(c. 1118-Dec. 29, 1170). Archbishop of Canterbury and martyr for the church. He was born in London and educated at the University of Paris. After serving for a time as archdeacon of Canterbury, he became chancellor to King Henry II. He and Henry were friends and allies. When Archbishop Theobald died in 1161, Henry saw an opportunity to extend his authority over the church by having Becket become archbishop. Becket was consecrated Archbishop of Canterbury on June 3, 1162. He immediately became a great defender of the rights and liberties of the church. He and Henry disagreed over a number of church/state issues, and Becket fled to France. After a reconciliation with the King in 1170, he returned to Canterbury. But they were soon in conflict again. On Dec. 29, 1170, Becket was murdered by four overzealous knights who overheard the king murmur that someone should rid him of the archbishop. He was canonized by the Roman Catholic Church in 1173, and his shrine was a major pilgrimage destination until it was destroyed by King Henry VIII in 1538. Becket is commemorated in the Episcopal calendar of the church year on Dec. 29.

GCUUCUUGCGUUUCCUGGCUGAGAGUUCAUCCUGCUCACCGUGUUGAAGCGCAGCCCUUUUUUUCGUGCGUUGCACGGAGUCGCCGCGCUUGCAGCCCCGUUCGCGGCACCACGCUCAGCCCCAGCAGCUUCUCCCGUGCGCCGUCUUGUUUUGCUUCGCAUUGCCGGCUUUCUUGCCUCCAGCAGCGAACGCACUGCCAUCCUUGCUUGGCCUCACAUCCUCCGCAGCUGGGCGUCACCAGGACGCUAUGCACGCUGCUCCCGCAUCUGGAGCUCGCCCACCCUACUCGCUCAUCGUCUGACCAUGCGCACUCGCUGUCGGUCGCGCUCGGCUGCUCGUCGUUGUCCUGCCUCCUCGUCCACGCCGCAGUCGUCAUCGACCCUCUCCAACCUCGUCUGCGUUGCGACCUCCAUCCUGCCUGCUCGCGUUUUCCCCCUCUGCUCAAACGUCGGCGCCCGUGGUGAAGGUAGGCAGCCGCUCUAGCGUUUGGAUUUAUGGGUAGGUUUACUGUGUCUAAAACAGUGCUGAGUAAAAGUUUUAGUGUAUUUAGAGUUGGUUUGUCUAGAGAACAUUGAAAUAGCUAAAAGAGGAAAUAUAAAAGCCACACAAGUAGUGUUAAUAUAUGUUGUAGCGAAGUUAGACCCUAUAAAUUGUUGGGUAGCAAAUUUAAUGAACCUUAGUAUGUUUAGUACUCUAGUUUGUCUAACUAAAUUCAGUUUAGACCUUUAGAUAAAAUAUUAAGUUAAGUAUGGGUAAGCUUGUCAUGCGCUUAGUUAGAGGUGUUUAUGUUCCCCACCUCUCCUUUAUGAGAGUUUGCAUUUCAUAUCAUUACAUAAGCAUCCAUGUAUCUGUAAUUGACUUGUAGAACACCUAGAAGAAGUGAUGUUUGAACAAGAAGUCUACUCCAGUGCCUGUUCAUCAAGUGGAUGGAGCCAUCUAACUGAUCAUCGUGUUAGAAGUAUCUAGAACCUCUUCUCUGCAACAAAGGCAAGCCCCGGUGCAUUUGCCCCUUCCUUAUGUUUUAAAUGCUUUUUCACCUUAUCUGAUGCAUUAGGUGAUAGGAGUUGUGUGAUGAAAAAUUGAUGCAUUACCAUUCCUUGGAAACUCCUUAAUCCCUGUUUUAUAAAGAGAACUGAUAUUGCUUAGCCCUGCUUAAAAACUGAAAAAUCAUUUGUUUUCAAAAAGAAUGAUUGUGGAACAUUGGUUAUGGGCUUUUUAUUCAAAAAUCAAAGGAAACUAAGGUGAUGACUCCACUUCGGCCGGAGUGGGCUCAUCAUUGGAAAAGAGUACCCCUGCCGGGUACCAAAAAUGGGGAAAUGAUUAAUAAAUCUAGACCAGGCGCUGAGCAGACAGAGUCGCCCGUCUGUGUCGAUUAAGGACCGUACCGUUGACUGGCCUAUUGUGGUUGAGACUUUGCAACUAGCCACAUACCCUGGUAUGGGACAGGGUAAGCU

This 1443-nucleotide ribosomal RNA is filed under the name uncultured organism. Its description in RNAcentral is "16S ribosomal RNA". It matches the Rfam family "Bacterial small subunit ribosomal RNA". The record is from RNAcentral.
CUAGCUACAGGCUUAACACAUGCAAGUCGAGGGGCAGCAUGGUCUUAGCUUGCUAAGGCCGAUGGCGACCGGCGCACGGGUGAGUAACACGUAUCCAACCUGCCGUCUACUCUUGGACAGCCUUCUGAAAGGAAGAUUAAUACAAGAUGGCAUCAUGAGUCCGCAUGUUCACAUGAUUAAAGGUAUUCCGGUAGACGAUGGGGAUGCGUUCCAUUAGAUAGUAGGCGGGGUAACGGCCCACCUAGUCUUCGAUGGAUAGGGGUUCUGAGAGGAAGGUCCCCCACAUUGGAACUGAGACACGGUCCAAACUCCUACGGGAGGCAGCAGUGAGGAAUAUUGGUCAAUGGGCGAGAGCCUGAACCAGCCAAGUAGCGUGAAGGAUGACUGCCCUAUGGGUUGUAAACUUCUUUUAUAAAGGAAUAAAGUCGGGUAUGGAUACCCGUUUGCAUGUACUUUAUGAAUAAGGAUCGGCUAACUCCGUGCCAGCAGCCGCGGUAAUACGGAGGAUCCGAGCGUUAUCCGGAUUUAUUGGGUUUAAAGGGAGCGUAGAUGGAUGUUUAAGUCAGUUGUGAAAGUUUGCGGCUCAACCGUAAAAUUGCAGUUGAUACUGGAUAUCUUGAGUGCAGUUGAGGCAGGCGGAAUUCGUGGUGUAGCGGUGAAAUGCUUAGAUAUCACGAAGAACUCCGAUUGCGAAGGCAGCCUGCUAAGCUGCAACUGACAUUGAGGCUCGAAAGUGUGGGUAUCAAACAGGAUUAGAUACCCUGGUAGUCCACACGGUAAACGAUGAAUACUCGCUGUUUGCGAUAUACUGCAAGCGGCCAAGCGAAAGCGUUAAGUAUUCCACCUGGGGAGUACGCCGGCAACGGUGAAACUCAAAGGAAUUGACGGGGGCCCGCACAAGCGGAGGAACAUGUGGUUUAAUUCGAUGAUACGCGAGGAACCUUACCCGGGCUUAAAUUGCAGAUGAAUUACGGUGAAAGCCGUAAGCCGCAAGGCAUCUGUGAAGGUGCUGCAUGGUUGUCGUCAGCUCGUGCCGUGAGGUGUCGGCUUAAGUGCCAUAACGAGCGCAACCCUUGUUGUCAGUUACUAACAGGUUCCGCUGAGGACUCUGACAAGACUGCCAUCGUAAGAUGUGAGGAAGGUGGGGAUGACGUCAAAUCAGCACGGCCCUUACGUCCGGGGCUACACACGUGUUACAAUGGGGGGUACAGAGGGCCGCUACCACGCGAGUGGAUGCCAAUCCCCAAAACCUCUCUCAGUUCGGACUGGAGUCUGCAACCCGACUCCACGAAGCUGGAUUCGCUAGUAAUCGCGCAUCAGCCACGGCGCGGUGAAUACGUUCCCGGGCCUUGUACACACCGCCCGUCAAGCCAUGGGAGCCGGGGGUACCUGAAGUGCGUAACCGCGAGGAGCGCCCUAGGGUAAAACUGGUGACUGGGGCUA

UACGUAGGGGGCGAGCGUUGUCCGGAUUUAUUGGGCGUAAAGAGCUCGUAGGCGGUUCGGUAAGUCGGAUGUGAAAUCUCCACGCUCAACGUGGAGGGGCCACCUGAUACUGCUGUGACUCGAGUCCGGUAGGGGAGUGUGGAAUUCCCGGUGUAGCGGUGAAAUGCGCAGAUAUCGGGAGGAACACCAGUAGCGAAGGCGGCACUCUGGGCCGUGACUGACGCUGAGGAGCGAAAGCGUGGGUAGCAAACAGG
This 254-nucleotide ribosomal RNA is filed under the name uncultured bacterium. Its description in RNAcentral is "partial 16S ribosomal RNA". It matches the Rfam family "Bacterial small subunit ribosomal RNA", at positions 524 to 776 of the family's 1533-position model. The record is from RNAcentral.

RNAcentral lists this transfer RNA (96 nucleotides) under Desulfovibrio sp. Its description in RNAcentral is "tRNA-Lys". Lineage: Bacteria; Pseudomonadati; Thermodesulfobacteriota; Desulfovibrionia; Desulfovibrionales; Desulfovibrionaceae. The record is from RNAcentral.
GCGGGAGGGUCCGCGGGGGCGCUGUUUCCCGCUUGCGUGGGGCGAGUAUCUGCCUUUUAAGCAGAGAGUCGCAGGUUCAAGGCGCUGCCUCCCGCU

Glossary definitions provided courtesy of Church Publishing Incorporated, New York, NY,(All Rights reserved) from “An Episcopal Dictionary of the Church, A User Friendly Reference for Episcopalians,” Don S. Armentrout and Robert Boak Slocum, editors.